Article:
Stress
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Video: Bringing stress to work can be fatal

A powerful new film launched by the British Safety Council shows how stress can lead to injury and fatalities at work. In any activity where concentration is vital for safety, such as working in construction, driving, or in health and social care, stress can be fatal.

 

Stress is often discussed in relation to sickness absence. However, it’s less reported how it can endanger lives. Whether it is work-related stress or stress that people bring to work, stress can put at risk the safety of both employees and members of the public.

Matthew Holder, Head of Campaigns and Engagement at the British Safety Council, commented: “It is well documented that stress is a significant cause of sickness absence, undermining both productivity and profitability. What is less discussed is how stress can endanger lives. Evidence shows that stress significantly contributes to injuries in sectors such as construction, transport and agriculture. In the medical profession, stress is a major predictor of work-related accidents and there are strong links between fatigue and sharps injuries.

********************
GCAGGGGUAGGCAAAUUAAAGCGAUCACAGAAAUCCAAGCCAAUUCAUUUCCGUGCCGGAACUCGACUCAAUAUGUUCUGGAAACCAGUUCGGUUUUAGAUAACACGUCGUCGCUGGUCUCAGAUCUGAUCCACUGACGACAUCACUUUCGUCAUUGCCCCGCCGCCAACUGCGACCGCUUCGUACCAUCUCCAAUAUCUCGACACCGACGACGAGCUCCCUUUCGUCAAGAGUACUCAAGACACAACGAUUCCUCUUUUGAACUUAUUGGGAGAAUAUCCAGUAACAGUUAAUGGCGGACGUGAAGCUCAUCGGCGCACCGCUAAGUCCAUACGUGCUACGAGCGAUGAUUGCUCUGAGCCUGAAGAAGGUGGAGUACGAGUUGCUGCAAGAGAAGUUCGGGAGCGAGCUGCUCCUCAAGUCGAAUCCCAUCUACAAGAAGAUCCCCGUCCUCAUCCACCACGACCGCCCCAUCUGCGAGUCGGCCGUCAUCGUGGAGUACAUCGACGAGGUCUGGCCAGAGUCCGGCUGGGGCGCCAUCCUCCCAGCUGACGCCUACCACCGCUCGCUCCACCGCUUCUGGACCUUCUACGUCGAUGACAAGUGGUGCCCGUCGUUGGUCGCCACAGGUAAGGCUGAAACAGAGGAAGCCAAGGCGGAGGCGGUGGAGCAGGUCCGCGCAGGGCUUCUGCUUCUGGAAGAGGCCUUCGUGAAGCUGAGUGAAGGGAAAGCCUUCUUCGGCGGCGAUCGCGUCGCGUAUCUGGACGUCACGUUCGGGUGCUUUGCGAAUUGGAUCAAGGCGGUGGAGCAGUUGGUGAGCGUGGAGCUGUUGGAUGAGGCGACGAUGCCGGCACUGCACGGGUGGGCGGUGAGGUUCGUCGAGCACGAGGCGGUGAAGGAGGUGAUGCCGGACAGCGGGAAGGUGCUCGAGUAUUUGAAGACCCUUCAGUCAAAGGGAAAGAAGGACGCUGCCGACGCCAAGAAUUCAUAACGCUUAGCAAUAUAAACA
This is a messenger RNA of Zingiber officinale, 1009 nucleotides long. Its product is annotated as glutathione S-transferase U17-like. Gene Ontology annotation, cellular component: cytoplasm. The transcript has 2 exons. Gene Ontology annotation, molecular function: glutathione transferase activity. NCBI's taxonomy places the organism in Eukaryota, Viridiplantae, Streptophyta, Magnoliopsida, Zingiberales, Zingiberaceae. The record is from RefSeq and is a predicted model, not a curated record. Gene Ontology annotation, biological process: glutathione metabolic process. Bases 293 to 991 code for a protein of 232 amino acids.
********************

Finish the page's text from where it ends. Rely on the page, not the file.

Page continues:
“We made The last word to warn people that being tired, distracted and unable to fully concentrate can make simple tasks like climbing a ladder more dangerous. Aimed at employees, it contains a warning that being stressed can endanger their lives. However, the film is also directed at employers, showing how important it is that managers and supervisors identify the symptoms of stress and help their staff to deal with it. As the film says, life can be stressful but people need to be aware of the danger signs.”

Information accompanying the film reinforces this message. It describes common symptoms of stress and actions that employees can take to reduce stress. The film is part of the British Safety Council campaign Speak Up, Stay Safe,  targeted at younger employees to raise their awareness of risks at work. It’s the first time the campaign has tackled stress.

 

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Comments
  • Nigel Dupree
    Reply

    Mmm, so true just rather one-sided in terms of how dangerous leaving work stressed, tired and fatigued will significantly raise the risk of both having an accident on the way home and increased hazards of being irascible, up-tight etc and self-medicating work related stress by comfort eating to having “just the one drink” to wind down.

    Work/life related stress and ultimately fatigue, if not addressed prevented or mitigated, will manifest in not only sub-optimal performance, productivity and presenteeism but, over time, depreciation of human resource asset value most likely presenting in non-communicable diseases foreshortening their work life-cycle….

    ROI has now proven to be equally dependent on ROR (Return on Relationships) in terms of psycho-social well-being founded in having a basic set of “given conditions” offering meaning and purpose supporting and enabling human resources to realise their potential even thrive in order to foster sustainable performance over time.